WRITTEN BY SHERRY DEUTSCHMANN
Can you imagine yourself as the CEO of a fast-growing company, sitting in front of a prospective customer, telling them you wanted their business, and then telling them that they would NOT be a priority to you? Well, believe it or not, that is the strategy I used to build a $40 Million company. How’d the customer respond to such a seemingly brash move?
They leaned in, hanging on my every word as I qualified my bold statement with details of how my commitment was to honor and care for my employees FIRST, and how it would ultimately affect them. Typically, the room was very quiet as I told them of our unique employee benefits. And I watched as they absorbed my words and experienced the inevitable epiphany… that our employee-first business model would enable them to get the best products and service.
I recall the first several times I took this approach and the way our sales team feared the customers’ reaction. Until the fear was replaced with awe. Until they were able, a few years down the road, to proudly tout that most of their sales were due to our culture. The results: they turned into selling machines, growing fast enough for us to be named to the Inc. 5000 list for ten consecutive years – even more impressive because we were the national price leaders.
How was it that I, a first-time entrepreneur, a single mom with only a high school education, came to adopt such a winning strategy? Easy. I’d been a ideal employee, dedicated to the company, working doggedly to make them successful, but it was obvious they didn’t care about me. In fact, when I approached my boss with ideas to improve employee morale, he patronizingly patted my hand and told me I didn’t know anything about business.
He might have been right – I didn’t know much about business. But I knew human nature. And I knew that I and my co-workers wanted to know that we mattered. We wanted to be heard and respected. We wanted to know what-the-heck was going on!
It turns out that I was not alone in my frustration. A recent Gallup poll revealed that more than 50% of employees are unhappy and “disengaged”. The scary part is that this stat includes your really good employees! Yep. As you are reading my words, some of your key employees are looking for a new job. What can you do about it?
I’ll tell you what I did about it. Three things: Listen. Be transparent. Share. Let me elaborate.
Listen to them.
How much time are you spending listening to your people? Try this: tomorrow, grab two cups of coffee from the kitchen and head over to an employee. Ask how they spent their weekend. What keeps them awake at night? What’s going on with the kids? Then, ask them what’s the ONE thing they see you doing that they wish you’d stop doing now. Hmmm. What ONE thing do they need from you to make their lives better? Ask the questions. And listen. You’re going to learn about their unique challenges -the stuff they face every day before they get to work. You’re going to learn about things going on in your business that you had no idea about. You’re going to learn how to be a better leader…if you listen.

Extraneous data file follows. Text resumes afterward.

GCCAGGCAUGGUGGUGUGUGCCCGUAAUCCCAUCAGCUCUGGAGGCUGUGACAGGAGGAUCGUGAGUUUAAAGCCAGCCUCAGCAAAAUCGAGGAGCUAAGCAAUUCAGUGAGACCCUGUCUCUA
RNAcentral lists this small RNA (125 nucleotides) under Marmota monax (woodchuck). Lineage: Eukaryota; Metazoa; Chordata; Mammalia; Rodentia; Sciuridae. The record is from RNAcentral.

At LetterLogic, it was common for me to be on the production floor of our factory, chatting with employees. But I also saved my Wednesday lunch hour for what we called “Lunch with Lucy”. The employees would sign up to have lunch with my alter-ego, Lucy, to just talk and get to know each other better. They chose the restaurant. They chose who else might be at the table. They chose the topic of conversation. It was the most valuable time I spent in growing a great company. Instead of spending thousands of dollars on consultants to tell me what I was doing right or wrong, I heard it directly from my team for the price of lunch.
How can the employees help make your company the best it can be if they don’t clearly understand how you make money? And why you’re making key decisions. At LetterLogic, we shared the financials on a monthly basis, helping the employees see a direct connection between their work, their behavior and the financial outcome. It made the pieces of the puzzle fall in place. It changed their behavior! And, we published the minutes of our leadership meetings so they KNEW they were being heard – they saw that we discussed the very topics they’d raised with me.
What does that mean? For us, it meant a unique profit-sharing plan that gave every individual a vested interest in our success. Monthly, we distributed 10% of the net profit, split evenly, so that everyone got the same dollar amount – sending a clear signal that they were just as important as anyone else on the team, regardless of role or tenure. That changed everything – having everyone act like owners of the company, increasing our profitability in ways that nothing else could have achieved.
Yes, I’m a softy and my employee-first approach was born from my desire to treat others the way I wanted to be treated. But I instinctively knew it was a good business move. I took great care of the employees; they took extraordinary care of the customer; the shareholders had a great ROI; we ALL benefitted. There was no downside.
So, how does YOUR company invest in your greatest asset…your people? If you want to take your company to the next level in profitability, consider investing in your greatest asset: your people. No other investment will pay the dividends that you’ll enjoy if you just put your people first.